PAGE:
Ruddock report constrains, not expands, federal religious exemptions — Liam Elphick, Amy Maguire and Anja Hilkemeijer (The Conversation): “The leaked recommendations give us a clear snapshot into what the review means for religious freedom and LGBT+ rights in Australia. Despite much commentary to the contrary, the recommendations actually constrain rather than expand federal religious exemptions to LGBT+ protections.”

While my island nation sinks, Australia is doing nothing to solve climate change — Anote Tong (The Guardian): “Half a degree of warming may seem trifling but, for my country, Kiribati, these fractional figures are a matter of life and death. Our whole nation is only two metres above sea level, and the report shows that the difference between 1.5°C and 2°C of warming is several centimetres of sea level rise.”


The Latest Headlines



  • Prime Minister Scott Morrison and Opposition Leader Bill Shorten will each makes speeches on day one of the two-day Outlook Conference, a national forum on economic and social policy.

  • The CREATE Foundation will host an event for young people to question Victorian politicians on how to fix state care, to be introduced by Principal Commissioner Liana Buchanan and Commissioner for Aboriginal Children and Young People Justin Mohamed.

  • Governor of Victoria Linda Dessau will launch a convoy of over 300 celebs and footy players in the Daniher’s Drive 2018, a charity fundraiser for motor neurone disease.

  • Australian rower Drew Ginn will be inducted into the Sport Australia Hall of Fame.

  • Headspace CEO Jason Trethowan will address a national Headspace Day event being held as part of National Mental Health Week.

  • The third Diversity and Inclusion in Sport Forum will be held at Olympic Park.

  • Winners will be announced for the 2018 Premier’s Sustainability Awards.

  • Supercars, Visit Victoria and the state government will make an announcement at Albert Park. Speakers include Sports Minister John Eren and Supercars CEO Seam Seamer.


  • Médecins Sans Frontières (Doctors Without Borders) will hold a press conference over the Nauruan government terminating its contract on the island.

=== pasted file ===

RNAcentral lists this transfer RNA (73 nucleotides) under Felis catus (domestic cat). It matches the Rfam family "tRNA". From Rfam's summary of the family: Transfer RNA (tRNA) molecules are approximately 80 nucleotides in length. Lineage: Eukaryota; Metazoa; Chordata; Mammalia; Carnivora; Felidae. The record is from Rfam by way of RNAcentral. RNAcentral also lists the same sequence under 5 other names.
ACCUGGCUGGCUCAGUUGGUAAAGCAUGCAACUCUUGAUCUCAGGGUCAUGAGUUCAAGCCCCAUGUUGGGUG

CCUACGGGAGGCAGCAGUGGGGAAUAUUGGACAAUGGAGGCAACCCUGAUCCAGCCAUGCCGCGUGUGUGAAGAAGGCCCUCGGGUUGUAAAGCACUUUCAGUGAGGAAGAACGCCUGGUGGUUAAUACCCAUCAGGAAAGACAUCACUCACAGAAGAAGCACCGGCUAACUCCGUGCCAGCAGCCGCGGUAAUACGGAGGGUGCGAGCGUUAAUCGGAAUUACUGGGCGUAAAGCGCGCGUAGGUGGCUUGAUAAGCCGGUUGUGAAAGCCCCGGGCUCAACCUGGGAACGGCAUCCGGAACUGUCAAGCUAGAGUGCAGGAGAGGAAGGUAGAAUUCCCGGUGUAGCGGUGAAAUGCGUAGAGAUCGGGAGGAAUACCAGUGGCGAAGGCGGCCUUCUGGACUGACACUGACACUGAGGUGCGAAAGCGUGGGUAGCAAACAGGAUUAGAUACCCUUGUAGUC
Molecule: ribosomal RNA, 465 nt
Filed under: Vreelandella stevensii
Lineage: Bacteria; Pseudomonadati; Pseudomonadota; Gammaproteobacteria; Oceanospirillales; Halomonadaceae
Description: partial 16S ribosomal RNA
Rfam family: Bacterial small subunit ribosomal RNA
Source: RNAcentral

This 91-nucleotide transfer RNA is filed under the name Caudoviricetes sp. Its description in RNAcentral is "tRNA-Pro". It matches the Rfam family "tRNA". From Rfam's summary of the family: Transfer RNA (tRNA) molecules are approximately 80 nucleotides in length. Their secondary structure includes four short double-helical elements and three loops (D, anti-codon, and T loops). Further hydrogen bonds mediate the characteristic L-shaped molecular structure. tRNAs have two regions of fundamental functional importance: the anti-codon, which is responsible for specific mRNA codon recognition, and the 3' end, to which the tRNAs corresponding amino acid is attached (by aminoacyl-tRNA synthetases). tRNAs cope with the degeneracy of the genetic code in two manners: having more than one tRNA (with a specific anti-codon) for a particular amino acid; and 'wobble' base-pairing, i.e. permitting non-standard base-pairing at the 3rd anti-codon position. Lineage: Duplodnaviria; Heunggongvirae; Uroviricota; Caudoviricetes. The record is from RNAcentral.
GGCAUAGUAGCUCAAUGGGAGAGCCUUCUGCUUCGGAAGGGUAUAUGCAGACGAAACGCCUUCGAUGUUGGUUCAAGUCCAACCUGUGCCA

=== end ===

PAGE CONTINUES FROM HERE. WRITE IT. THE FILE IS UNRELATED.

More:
• Sir Richard Branson will launch the world’s first meditation flight on Virgin Australia.

  • International child rights organisation Plan International will launch a report highlighting the issue of street harassment in five cities, including Sydney.


  • The house economics committee will begins its biannual review of the four big banks, with CBA and Westpac CEOs set to appear first.

  • ACT Minister for Climate Change and Sustainability Shane Rattenbury will join the High Commissioner of the Republic of Fiji Luke Daunivalu as part of the international initiative “Powering Past Coal Alliance” at Mount Majura solar farm.

  • Director of the Australian War Memorial Dr Brendan Nelson will launch a new exhibition, “After the war”, exploring the impact of conflict on Australia.


  • Day one of the two-day 2018 National Landcare Conference and Awards, to feature a keynote from Director of the ANU Climate Change Institute Professor Mark Howden on “Towards a climate change strategy for landcare”.

  • Environmental economist Professor Tor Hundloe and scientist Keeley Hartzer will launch their book The cheapest electricity on Earth at UQ’s Global Change Institute.

  • Journalist Madonna King will launch her latest book Fathers and Daughters at St Aidan’s Anglican Girls’ School.


  • The Department of Foreign Affairs and Trade will conduct consultation roundtables with members of the WA’s creative industries, as part of the federal government’s “Soft Power Review” to understand Australia’s international reputation.

  • Hundreds of protestors will rally at Parliament House for a permanent, legislated ban on fracking in WA.


  • Former NT Chief Minister Clare Martin will address a leadership event for women in the NT public service.


  • ABC journalist and newsreader Nas Campanella will address the Royal Society for the Blind’s 2018 World Sight Day event.

  • Opening day for the Global Centre for Modern Ageing.


  • Neurological Alliance Tasmania will host a Mental Health Week event spotlighting the impacts of neurological conditions on mental health.

Gold Coast, Queensland

  • Day one of the Royal Australian College of General Practitioners three-day annual conference GP18, to feature speakers such as Health Minister Greg Hunt.


  • The Australian Commission on Safety and Quality in Health Care will release new standards on preventing blood clots during or after stays in hospital.

Jakarta, Indonesia

  • Defence Minister Christopher Pyne will visit Indonesia following the September earthquake and tsunami.

Bali, Indonesia

  • Opening day of a meeting between G20 Finance Ministers and Central Bank Governors, ahead of the leaders summit in November.

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Peter Fray